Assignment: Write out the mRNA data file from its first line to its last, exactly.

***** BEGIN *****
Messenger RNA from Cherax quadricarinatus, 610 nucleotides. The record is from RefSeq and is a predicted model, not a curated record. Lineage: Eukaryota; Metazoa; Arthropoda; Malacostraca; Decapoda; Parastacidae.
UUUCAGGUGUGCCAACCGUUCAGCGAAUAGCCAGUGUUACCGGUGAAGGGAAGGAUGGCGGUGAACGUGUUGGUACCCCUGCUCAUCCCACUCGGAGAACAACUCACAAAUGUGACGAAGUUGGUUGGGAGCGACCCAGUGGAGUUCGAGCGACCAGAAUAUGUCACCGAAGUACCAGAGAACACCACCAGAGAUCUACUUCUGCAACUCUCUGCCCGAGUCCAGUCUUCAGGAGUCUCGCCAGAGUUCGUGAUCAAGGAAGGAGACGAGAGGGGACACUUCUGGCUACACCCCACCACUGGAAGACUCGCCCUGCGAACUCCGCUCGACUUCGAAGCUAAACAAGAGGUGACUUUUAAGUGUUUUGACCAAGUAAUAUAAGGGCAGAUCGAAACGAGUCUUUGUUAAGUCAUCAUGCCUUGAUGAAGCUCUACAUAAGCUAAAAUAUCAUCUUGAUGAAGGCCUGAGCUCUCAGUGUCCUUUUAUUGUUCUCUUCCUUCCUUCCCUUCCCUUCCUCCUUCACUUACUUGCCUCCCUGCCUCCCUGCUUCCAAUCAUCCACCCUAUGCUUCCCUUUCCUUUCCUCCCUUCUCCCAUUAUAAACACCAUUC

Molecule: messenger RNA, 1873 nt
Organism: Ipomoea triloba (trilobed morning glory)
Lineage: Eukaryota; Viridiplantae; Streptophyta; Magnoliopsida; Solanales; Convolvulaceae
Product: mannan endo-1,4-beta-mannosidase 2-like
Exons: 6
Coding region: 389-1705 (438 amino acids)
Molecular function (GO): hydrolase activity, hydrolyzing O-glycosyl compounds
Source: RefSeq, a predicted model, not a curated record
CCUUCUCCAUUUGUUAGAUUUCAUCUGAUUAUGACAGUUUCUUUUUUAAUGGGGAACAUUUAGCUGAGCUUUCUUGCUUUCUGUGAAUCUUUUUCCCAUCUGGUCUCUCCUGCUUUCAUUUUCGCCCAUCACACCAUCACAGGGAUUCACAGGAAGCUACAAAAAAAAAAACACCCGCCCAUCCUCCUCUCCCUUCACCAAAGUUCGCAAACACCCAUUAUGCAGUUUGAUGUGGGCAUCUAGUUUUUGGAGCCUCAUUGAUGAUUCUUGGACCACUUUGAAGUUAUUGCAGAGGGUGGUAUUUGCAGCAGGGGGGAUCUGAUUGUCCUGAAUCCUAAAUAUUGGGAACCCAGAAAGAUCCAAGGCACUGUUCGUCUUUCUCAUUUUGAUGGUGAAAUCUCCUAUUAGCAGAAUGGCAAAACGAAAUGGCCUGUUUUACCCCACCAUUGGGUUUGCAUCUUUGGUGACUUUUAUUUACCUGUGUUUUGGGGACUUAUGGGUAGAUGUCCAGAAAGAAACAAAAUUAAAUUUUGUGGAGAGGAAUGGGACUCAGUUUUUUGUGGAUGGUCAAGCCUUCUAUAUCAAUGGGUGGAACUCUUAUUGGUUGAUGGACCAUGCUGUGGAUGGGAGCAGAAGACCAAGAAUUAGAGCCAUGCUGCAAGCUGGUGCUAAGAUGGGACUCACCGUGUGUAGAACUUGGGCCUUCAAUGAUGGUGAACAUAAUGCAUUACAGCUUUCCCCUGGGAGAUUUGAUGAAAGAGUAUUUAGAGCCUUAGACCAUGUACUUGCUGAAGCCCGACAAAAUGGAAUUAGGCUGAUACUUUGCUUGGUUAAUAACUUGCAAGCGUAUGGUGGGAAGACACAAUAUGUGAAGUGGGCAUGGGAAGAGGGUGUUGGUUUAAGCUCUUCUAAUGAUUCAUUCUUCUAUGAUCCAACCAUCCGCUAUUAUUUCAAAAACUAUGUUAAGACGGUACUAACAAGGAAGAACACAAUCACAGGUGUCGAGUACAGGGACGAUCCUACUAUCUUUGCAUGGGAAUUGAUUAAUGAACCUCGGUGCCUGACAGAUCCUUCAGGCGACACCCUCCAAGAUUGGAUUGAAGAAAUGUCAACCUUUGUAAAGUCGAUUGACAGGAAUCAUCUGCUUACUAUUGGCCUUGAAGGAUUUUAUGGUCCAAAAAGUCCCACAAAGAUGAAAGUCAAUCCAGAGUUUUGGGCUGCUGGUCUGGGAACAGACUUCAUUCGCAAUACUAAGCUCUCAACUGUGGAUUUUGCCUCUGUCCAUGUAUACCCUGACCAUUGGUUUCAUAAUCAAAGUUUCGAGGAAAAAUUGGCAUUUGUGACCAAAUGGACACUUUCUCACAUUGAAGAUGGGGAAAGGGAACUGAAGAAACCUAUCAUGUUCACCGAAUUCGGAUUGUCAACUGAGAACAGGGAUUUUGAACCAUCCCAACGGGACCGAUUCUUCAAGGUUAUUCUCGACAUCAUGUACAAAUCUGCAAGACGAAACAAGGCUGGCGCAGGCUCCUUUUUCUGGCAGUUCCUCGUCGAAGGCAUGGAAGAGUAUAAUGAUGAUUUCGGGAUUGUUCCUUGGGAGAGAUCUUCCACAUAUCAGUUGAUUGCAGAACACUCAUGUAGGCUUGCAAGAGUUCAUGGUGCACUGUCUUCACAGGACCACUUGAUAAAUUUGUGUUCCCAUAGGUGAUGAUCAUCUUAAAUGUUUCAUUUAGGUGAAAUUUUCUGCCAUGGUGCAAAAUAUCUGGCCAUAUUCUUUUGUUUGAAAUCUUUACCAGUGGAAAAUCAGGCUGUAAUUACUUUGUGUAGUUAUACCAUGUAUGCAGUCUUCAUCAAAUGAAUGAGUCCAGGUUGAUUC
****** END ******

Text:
Messenger RNA from Cherax quadricarinatus, 610 nucleotides. The record is from RefSeq and is a predicted model, not a curated record. Lineage: Eukaryota; Metazoa; Arthropoda; Malacostraca; Decapoda; Parastacidae.
UUUCAGGUGUGCCAACCGUUCAGCGAAUAGCCAGUGUUACCGGUGAAGGGAAGGAUGGCGGUGAACGUGUUGGUACCCCUGCUCAUCCCACUCGGAGAACAACUCACAAAUGUGACGAAGUUGGUUGGGAGCGACCCAGUGGAGUUCGAGCGACCAGAAUAUGUCACCGAAGUACCAGAGAACACCACCAGAGAUCUACUUCUGCAACUCUCUGCCCGAGUCCAGUCUUCAGGAGUCUCGCCAGAGUUCGUGAUCAAGGAAGGAGACGAGAGGGGACACUUCUGGCUACACCCCACCACUGGAAGACUCGCCCUGCGAACUCCGCUCGACUUCGAAGCUAAACAAGAGGUGACUUUUAAGUGUUUUGACCAAGUAAUAUAAGGGCAGAUCGAAACGAGUCUUUGUUAAGUCAUCAUGCCUUGAUGAAGCUCUACAUAAGCUAAAAUAUCAUCUUGAUGAAGGCCUGAGCUCUCAGUGUCCUUUUAUUGUUCUCUUCCUUCCUUCCCUUCCCUUCCUCCUUCACUUACUUGCCUCCCUGCCUCCCUGCUUCCAAUCAUCCACCCUAUGCUUCCCUUUCCUUUCCUCCCUUCUCCCAUUAUAAACACCAUUC

Molecule: messenger RNA, 1873 nt
Organism: Ipomoea triloba (trilobed morning glory)
Lineage: Eukaryota; Viridiplantae; Streptophyta; Magnoliopsida; Solanales; Convolvulaceae
Product: mannan endo-1,4-beta-mannosidase 2-like
Exons: 6
Coding region: 389-1705 (438 amino acids)
Molecular function (GO): hydrolase activity, hydrolyzing O-glycosyl compounds
Source: RefSeq, a predicted model, not a curated record
CCUUCUCCAUUUGUUAGAUUUCAUCUGAUUAUGACAGUUUCUUUUUUAAUGGGGAACAUUUAGCUGAGCUUUCUUGCUUUCUGUGAAUCUUUUUCCCAUCUGGUCUCUCCUGCUUUCAUUUUCGCCCAUCACACCAUCACAGGGAUUCACAGGAAGCUACAAAAAAAAAAACACCCGCCCAUCCUCCUCUCCCUUCACCAAAGUUCGCAAACACCCAUUAUGCAGUUUGAUGUGGGCAUCUAGUUUUUGGAGCCUCAUUGAUGAUUCUUGGACCACUUUGAAGUUAUUGCAGAGGGUGGUAUUUGCAGCAGGGGGGAUCUGAUUGUCCUGAAUCCUAAAUAUUGGGAACCCAGAAAGAUCCAAGGCACUGUUCGUCUUUCUCAUUUUGAUGGUGAAAUCUCCUAUUAGCAGAAUGGCAAAACGAAAUGGCCUGUUUUACCCCACCAUUGGGUUUGCAUCUUUGGUGACUUUUAUUUACCUGUGUUUUGGGGACUUAUGGGUAGAUGUCCAGAAAGAAACAAAAUUAAAUUUUGUGGAGAGGAAUGGGACUCAGUUUUUUGUGGAUGGUCAAGCCUUCUAUAUCAAUGGGUGGAACUCUUAUUGGUUGAUGGACCAUGCUGUGGAUGGGAGCAGAAGACCAAGAAUUAGAGCCAUGCUGCAAGCUGGUGCUAAGAUGGGACUCACCGUGUGUAGAACUUGGGCCUUCAAUGAUGGUGAACAUAAUGCAUUACAGCUUUCCCCUGGGAGAUUUGAUGAAAGAGUAUUUAGAGCCUUAGACCAUGUACUUGCUGAAGCCCGACAAAAUGGAAUUAGGCUGAUACUUUGCUUGGUUAAUAACUUGCAAGCGUAUGGUGGGAAGACACAAUAUGUGAAGUGGGCAUGGGAAGAGGGUGUUGGUUUAAGCUCUUCUAAUGAUUCAUUCUUCUAUGAUCCAACCAUCCGCUAUUAUUUCAAAAACUAUGUUAAGACGGUACUAACAAGGAAGAACACAAUCACAGGUGUCGAGUACAGGGACGAUCCUACUAUCUUUGCAUGGGAAUUGAUUAAUGAACCUCGGUGCCUGACAGAUCCUUCAGGCGACACCCUCCAAGAUUGGAUUGAAGAAAUGUCAACCUUUGUAAAGUCGAUUGACAGGAAUCAUCUGCUUACUAUUGGCCUUGAAGGAUUUUAUGGUCCAAAAAGUCCCACAAAGAUGAAAGUCAAUCCAGAGUUUUGGGCUGCUGGUCUGGGAACAGACUUCAUUCGCAAUACUAAGCUCUCAACUGUGGAUUUUGCCUCUGUCCAUGUAUACCCUGACCAUUGGUUUCAUAAUCAAAGUUUCGAGGAAAAAUUGGCAUUUGUGACCAAAUGGACACUUUCUCACAUUGAAGAUGGGGAAAGGGAACUGAAGAAACCUAUCAUGUUCACCGAAUUCGGAUUGUCAACUGAGAACAGGGAUUUUGAACCAUCCCAACGGGACCGAUUCUUCAAGGUUAUUCUCGACAUCAUGUACAAAUCUGCAAGACGAAACAAGGCUGGCGCAGGCUCCUUUUUCUGGCAGUUCCUCGUCGAAGGCAUGGAAGAGUAUAAUGAUGAUUUCGGGAUUGUUCCUUGGGAGAGAUCUUCCACAUAUCAGUUGAUUGCAGAACACUCAUGUAGGCUUGCAAGAGUUCAUGGUGCACUGUCUUCACAGGACCACUUGAUAAAUUUGUGUUCCCAUAGGUGAUGAUCAUCUUAAAUGUUUCAUUUAGGUGAAAUUUUCUGCCAUGGUGCAAAAUAUCUGGCCAUAUUCUUUUGUUUGAAAUCUUUACCAGUGGAAAAUCAGGCUGUAAUUACUUUGUGUAGUUAUACCAUGUAUGCAGUCUUCAUCAAAUGAAUGAGUCCAGGUUGAUUC